Houstonians Aren’t “Overdue” For Their Flu Shots, Despite Conflicting Messages

Despite messages like these and false "overdue" notices from Houston Methodist, Houstonians still have plenty of time to get a flu shot.
Despite messages like these and false "overdue" notices from Houston Methodist, Houstonians still have plenty of time to get a flu shot. Photo by Schaefer Edwards

Houston Methodist patients recently received an alarming message on their online MyChart inboxes. As of August 1, the healthcare provider told people they were “overdue” for their annual flu shot.

Understandably unnerved by the message’s phrasing — sent in the middle of a bona fide public health crisis that has most rational folks on edge — plenty of patients called in to schedule an appointment to get their flu vaccine as soon as possible.

There was just one problem: Houston Methodist hasn’t received their annual shipment of flu shots yet, and won’t until the end of the month.

“While a message went out saying that our patients were ‘due’ for the vaccine, receiving it any time before flu season is OK,” said Dr. Josh Septimus, an internist at Houston Methodist. Septimus said that Houston Methodist expects to get their first shipment of flu shots on August 31, which is “consistent with our normal annual delivery.”

When Houstonians receive inaccurate “overdue” notices and see messages of “FLU SHOTS NOW AVAILABLE” being trumpeted on CVS Pharmacy signs, it makes sense that they might worry they’re already in trouble if they haven’t yet taken steps to get vaccinated against the flu. However, medical professionals say that there’s still plenty of time to get a flu shot this year.

The U.S. Centers for Disease Control and Prevention’s latest guidance is that getting a flu vaccine in July or August “is too early, especially for older people, because of the likelihood of reduced protection against flu infection later in the flu season,” and explained that “September and October are good times to get vaccinated.” Septimus agreed. “The best time to get a flu shot is in mid-September to mid-October,” he said.

COVID-19 hasn’t caused the CDC to encourage Americans to get vaccinated earlier than usual. While the group’s Advisory Committee on Immunization Practices hasn’t voted on the subject yet, the CDC “does not anticipate a major change in the recommendation on timing of the vaccination,” according to a Friday flu update on the agency’s website.

An exception to the CDC’s guidance are children who haven’t received a flu vaccine before. The first round of vaccination for kids requires two shots that have to be given four weeks apart, so the CDC recommends that those children “start the vaccination process sooner” so that the final shot still comes before the start of flu season in October.

“Children who have never been vaccinated previously against influenza, you want them to start now,” said Dr. Pedro Piedra, a flu expert and professor of molecular virology and microbiology at Baylor College of Medicine. Piedra explained that in order to prevent the most illnesses from the flu, he “would really like the population to be vaccinated before Thanksgiving” at the absolute latest.

In most years, the flu season runs from at least October through March according to the CDC. During last year’s season, the CDC estimated between 39 and 56 million Americans were infected, which resulted in 410,000-740,000 hospitalizations and 24,000-62,000 deaths in the United States.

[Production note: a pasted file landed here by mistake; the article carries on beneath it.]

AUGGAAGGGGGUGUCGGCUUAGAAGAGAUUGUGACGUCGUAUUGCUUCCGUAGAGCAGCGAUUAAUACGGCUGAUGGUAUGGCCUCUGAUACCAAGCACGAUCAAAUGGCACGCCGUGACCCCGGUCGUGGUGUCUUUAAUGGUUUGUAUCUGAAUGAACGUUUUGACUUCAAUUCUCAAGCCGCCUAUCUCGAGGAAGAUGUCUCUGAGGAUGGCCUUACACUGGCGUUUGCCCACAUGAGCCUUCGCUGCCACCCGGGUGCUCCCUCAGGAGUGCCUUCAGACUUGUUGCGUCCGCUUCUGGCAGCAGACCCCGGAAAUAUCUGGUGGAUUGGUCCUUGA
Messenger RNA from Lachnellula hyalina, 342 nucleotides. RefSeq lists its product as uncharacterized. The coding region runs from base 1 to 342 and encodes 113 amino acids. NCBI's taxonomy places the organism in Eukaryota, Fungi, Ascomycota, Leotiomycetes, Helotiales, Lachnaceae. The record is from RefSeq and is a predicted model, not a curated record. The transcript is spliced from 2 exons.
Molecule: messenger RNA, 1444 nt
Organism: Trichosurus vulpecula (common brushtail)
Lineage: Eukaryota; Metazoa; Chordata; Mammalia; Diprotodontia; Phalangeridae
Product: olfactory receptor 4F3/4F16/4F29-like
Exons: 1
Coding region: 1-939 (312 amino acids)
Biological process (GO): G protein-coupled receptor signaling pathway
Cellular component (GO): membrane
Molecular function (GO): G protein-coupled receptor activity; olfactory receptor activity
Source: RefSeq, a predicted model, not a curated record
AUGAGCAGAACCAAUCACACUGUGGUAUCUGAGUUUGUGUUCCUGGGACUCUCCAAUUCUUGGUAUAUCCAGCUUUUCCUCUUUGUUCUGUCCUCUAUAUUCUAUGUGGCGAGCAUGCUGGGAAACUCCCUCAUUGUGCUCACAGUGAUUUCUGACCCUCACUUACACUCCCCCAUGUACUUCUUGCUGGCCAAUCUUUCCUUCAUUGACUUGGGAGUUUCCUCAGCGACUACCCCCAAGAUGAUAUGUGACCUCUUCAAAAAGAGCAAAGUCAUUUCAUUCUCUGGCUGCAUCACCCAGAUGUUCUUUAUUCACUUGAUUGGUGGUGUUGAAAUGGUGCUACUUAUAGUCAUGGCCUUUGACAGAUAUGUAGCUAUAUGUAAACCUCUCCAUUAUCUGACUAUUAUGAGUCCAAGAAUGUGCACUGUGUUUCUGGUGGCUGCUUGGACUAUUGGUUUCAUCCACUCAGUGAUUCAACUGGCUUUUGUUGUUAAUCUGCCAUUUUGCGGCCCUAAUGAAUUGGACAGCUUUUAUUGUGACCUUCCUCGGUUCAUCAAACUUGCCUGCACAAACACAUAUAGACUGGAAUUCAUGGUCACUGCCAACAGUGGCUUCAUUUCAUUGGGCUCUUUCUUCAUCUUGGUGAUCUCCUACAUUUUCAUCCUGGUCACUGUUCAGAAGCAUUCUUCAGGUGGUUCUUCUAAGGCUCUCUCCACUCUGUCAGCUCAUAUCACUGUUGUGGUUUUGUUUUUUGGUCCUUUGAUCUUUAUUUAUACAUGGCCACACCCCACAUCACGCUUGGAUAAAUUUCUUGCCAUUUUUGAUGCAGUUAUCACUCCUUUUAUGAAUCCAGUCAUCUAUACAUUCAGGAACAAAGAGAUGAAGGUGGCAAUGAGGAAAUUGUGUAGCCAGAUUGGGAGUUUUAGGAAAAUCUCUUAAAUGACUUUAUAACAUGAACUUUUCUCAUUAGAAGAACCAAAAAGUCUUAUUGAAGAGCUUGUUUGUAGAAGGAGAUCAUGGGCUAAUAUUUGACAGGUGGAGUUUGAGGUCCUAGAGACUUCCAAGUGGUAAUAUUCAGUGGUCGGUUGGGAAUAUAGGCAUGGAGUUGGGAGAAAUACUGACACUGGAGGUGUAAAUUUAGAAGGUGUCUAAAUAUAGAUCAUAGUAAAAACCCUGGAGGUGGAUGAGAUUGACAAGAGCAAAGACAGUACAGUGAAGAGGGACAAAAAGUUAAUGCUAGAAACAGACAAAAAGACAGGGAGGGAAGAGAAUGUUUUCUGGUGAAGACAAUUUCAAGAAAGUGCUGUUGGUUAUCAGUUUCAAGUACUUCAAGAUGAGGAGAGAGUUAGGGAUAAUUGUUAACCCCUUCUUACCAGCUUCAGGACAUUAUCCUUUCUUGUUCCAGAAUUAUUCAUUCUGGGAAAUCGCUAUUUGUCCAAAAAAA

Piedra doesn’t think there’s anything wrong with Houston Methodist’s tactic of telling patients they’re already overdue for their flu shot if it startles people to start thinking seriously about getting vaccinated, especially considering how so many people opt not to get flu shots every year. CDC data shows that out of all Americans eligible for a flu shot — anyone over six months of age — more than half don’t get their flu vaccine annually.

On Thursday, Gov. Greg Abbott implored all Texans to get their flu shots this year in order to prevent state hospitals from becoming “completely overrun” due to the combined burdens of COVID-19 and flu hospitalizations. After a roundtable discussion with flu experts at UT Southwestern in Dallas, Abbott said that “the time period for getting a flu vaccine begins as early as in September.”

That guidance falls in line with what the Texas Department of State Health Services has told the Harris Health System, the Harris County government entity that manages Ben Taub General Hospital, Lyndon Baines General Hospital and numerous community health centers throughout the county. Harris Health spokesperson John Martinez told the Houston Press that Harris Health has been instructed by the state to start their flu vaccination campaign by September 15.

Other Houston area healthcare providers said they expect their flu shot allotments to arrive between late August and September. According to a prepared statement from St. Luke’s Health spokesperson Vanessa Astros, St. Luke’s hospitals expect their flu vaccines “to arrive in late September.” Dr. Melanie Mouzoon, Managing Physician of Immunization Practices for Kelsey-Sebold, said their vaccines will be “coming in starting in late August and early September.” Memorial Hermann plans to have flu shots on hand starting “in late August into early September,” said spokesperson Jade Waddy.

While there’s no need to panic right now, Piedra urged Houstonians to commit to doing the responsible thing by getting a flu shot before the start of flu season this year.

“The main message is that people be vaccinated. Period,” he said.
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Schaefer Edwards is a staff writer at the Houston Press who covers local and regional news. A lifelong Texan and adopted Houstonian, he loves NBA basketball and devouring Tex-Mex while his cat watches in envy.
Contact: Schaefer Edwards